There are days when you travel that, for one reason or another, turn into lazy days. The day Sally and I visited the Orangerie to see Monet’s Waterlilies exhibit was one of those days. We slept in, had a late breakfast and wandered down toward the Place Vendome, Place de la Concorde, the Tuileries Garden and the Louvre.

I think we unconsciously wanted to soak up the vibe of the city.

paris bicycle planter; photographer John Kelsey

I can’t begin to tell you how many pictures of doors I took… Their artistry and craftsmanship offer a hint/glimpse of what possibilities await behind those doors. Look at the majesty of their presentation! The freedom of expression in the detailing was something we saw everywhere and is clearly an integral part of French style and design expression.

Paris door; photographer John Kelsey

Often you would see the main entry door assembly preserved, wile the adjacent storefront was quite modern. Here the designers let the door assembly remain the focal point. Well done!!!

Paris door; photographer John Kelsey

Contrasted with this hotel entry. Although perhaps this used to be part of an open arcade and and been filled in at some point in time.

Paris door; photographer John Kelsey

Fabulous “coining” frames these doors.

Paris door; photographer John Kelsey

We took  a leisurely stroll thru Place de Vendome. Both the obelisk and The Ritz were undergoing extensive restoration/renovation.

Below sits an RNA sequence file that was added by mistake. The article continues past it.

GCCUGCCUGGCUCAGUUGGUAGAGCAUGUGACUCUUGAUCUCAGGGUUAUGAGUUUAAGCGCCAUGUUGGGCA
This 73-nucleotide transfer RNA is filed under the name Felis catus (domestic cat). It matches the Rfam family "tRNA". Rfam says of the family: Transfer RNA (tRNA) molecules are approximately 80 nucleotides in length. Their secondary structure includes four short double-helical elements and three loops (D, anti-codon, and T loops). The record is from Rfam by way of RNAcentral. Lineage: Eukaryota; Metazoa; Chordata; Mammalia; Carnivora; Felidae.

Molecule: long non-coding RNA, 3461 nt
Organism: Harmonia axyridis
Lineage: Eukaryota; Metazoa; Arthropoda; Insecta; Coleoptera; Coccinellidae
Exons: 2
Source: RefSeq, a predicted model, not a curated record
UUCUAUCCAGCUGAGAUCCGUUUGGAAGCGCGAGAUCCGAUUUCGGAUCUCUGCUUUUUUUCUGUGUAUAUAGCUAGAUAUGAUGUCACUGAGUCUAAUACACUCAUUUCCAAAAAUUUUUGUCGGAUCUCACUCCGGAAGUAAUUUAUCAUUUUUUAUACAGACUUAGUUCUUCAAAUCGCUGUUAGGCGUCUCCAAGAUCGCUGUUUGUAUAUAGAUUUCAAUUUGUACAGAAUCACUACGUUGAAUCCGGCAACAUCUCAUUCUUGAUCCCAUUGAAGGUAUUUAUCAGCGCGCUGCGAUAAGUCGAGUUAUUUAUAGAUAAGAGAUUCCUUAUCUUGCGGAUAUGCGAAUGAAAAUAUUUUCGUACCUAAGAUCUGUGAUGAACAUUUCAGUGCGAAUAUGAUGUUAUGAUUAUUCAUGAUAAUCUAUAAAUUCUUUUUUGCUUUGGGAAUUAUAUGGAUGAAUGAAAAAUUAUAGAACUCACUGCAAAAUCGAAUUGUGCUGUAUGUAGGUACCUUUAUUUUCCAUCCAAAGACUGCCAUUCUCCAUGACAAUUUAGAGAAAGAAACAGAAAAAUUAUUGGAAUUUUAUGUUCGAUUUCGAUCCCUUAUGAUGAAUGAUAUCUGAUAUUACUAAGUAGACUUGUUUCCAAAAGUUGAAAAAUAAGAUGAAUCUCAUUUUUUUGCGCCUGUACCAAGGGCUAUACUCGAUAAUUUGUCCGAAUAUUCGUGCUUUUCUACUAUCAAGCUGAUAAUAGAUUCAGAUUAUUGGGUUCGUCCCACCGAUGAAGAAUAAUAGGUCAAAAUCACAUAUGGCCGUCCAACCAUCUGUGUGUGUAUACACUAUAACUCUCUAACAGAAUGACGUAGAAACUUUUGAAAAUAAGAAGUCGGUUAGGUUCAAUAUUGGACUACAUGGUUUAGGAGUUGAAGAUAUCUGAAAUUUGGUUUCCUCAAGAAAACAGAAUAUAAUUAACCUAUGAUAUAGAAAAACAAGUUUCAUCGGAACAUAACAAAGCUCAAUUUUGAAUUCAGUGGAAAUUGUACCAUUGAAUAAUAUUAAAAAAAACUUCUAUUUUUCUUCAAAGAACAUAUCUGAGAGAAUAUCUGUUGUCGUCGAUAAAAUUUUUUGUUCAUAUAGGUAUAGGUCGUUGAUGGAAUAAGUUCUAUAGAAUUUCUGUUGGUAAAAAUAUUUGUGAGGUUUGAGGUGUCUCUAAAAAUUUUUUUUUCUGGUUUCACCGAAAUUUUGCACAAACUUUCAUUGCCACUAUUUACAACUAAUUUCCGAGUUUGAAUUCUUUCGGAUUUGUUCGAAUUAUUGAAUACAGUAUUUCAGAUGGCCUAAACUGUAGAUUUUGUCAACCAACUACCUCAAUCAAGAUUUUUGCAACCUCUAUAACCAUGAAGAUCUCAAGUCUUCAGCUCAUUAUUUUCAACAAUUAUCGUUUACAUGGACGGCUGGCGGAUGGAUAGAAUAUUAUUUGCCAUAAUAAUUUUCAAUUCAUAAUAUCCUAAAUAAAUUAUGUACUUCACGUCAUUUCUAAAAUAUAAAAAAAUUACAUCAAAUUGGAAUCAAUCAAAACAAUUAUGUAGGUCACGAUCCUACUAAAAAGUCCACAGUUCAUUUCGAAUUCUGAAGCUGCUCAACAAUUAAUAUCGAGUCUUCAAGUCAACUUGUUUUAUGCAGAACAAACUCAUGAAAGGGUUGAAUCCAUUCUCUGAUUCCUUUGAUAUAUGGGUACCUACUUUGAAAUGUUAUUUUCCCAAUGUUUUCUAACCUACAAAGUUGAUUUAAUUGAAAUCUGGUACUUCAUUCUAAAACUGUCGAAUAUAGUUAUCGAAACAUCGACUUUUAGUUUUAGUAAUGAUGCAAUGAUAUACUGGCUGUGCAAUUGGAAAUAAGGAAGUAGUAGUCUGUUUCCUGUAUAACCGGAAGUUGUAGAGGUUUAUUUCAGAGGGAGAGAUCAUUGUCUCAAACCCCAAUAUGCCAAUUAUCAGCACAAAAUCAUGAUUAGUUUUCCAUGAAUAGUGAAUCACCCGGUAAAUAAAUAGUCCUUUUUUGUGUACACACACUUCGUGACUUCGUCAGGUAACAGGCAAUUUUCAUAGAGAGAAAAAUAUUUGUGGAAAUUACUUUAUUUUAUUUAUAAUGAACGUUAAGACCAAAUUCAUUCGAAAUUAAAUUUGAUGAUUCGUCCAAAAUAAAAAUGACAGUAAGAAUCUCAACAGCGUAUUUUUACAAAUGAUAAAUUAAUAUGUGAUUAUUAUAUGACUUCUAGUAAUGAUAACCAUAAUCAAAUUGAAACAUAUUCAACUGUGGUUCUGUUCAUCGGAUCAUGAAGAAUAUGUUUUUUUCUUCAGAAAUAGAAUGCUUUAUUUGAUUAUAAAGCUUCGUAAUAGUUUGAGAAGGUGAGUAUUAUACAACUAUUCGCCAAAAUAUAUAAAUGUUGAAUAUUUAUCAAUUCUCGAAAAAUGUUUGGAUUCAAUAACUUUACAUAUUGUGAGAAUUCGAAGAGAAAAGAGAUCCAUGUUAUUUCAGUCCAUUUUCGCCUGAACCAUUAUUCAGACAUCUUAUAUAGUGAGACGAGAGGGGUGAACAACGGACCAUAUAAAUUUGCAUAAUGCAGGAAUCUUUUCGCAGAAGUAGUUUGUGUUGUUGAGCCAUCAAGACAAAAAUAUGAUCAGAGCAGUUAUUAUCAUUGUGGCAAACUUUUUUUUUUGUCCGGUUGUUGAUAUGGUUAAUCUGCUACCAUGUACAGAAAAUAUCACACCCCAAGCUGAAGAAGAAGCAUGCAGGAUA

Place de Vendome; photographer John Kelsey

Scaffolding covering the Ritz was printed to mirror the elevation of the building. We saw this where ever there was construction in a public square/place, minimizing the visual disruption of the area. Wish this were done it the USA!

The Ritz; photographer John Kelsey

We wandered up Rue de Richelieu and found a lovely bistro full of locals for lunch. (Photo taken later that evening…)

Bistrot Richelieu; photographer John Kelsey

There was a fair amount of people watching done in the Tuileries Garden. This was as close as we got to the Arc de Triomphe. There were only so many places we could visit in the time we had and our ultimate goal of the trip was to get up close and personal with traditional French interiors – to learn and  observe as much as we could about that are the basic building blocks of classic French interiors and how do they relate to each other. I had some theories and ideas, I wanted to see how they compared to the “real thing”.

Arc de Triomphe; photographer john Kelsey

We teased ourselves by walking thru one of the colonnades at the Louvre.

The Louvre colonnade; photographer John Kelsey

We then headed to our day’s destination, The Orangerie Museum and Monet’s Water Lilies exhibit.

Orangerie Museum; photographer John Kelsey

The Orangerie was originally designed to shelter the orange trees planted in the Tuileries garden. In 1921 the Orangerie became an annex to the Musee du Luxembourg. In 1922 Monet signed a contract donating the waterlilies panels to the French government  with the intent they ben housed in the Orangerie. The exhibit finally opened to the public in mid 1927.

Orangerie Museum; photographer John Kelsey

An two oval shaped rooms were designed specifically for Monet’s paintings. The paintings are breathtakingly beautiful.

Monet gallery in Musee de l'Orangerie Paris; source unknown

Monet gallery in Musee de l'Orangerie Paris; source unknown

Monet gallery in Musee de l'Orangerie Paris; source unknown

As we came out of the museum I couldn’t resist capturing the juxtaposition of the Grand Palais in the distance with the workers erecting a temporary pavilion in the foreground.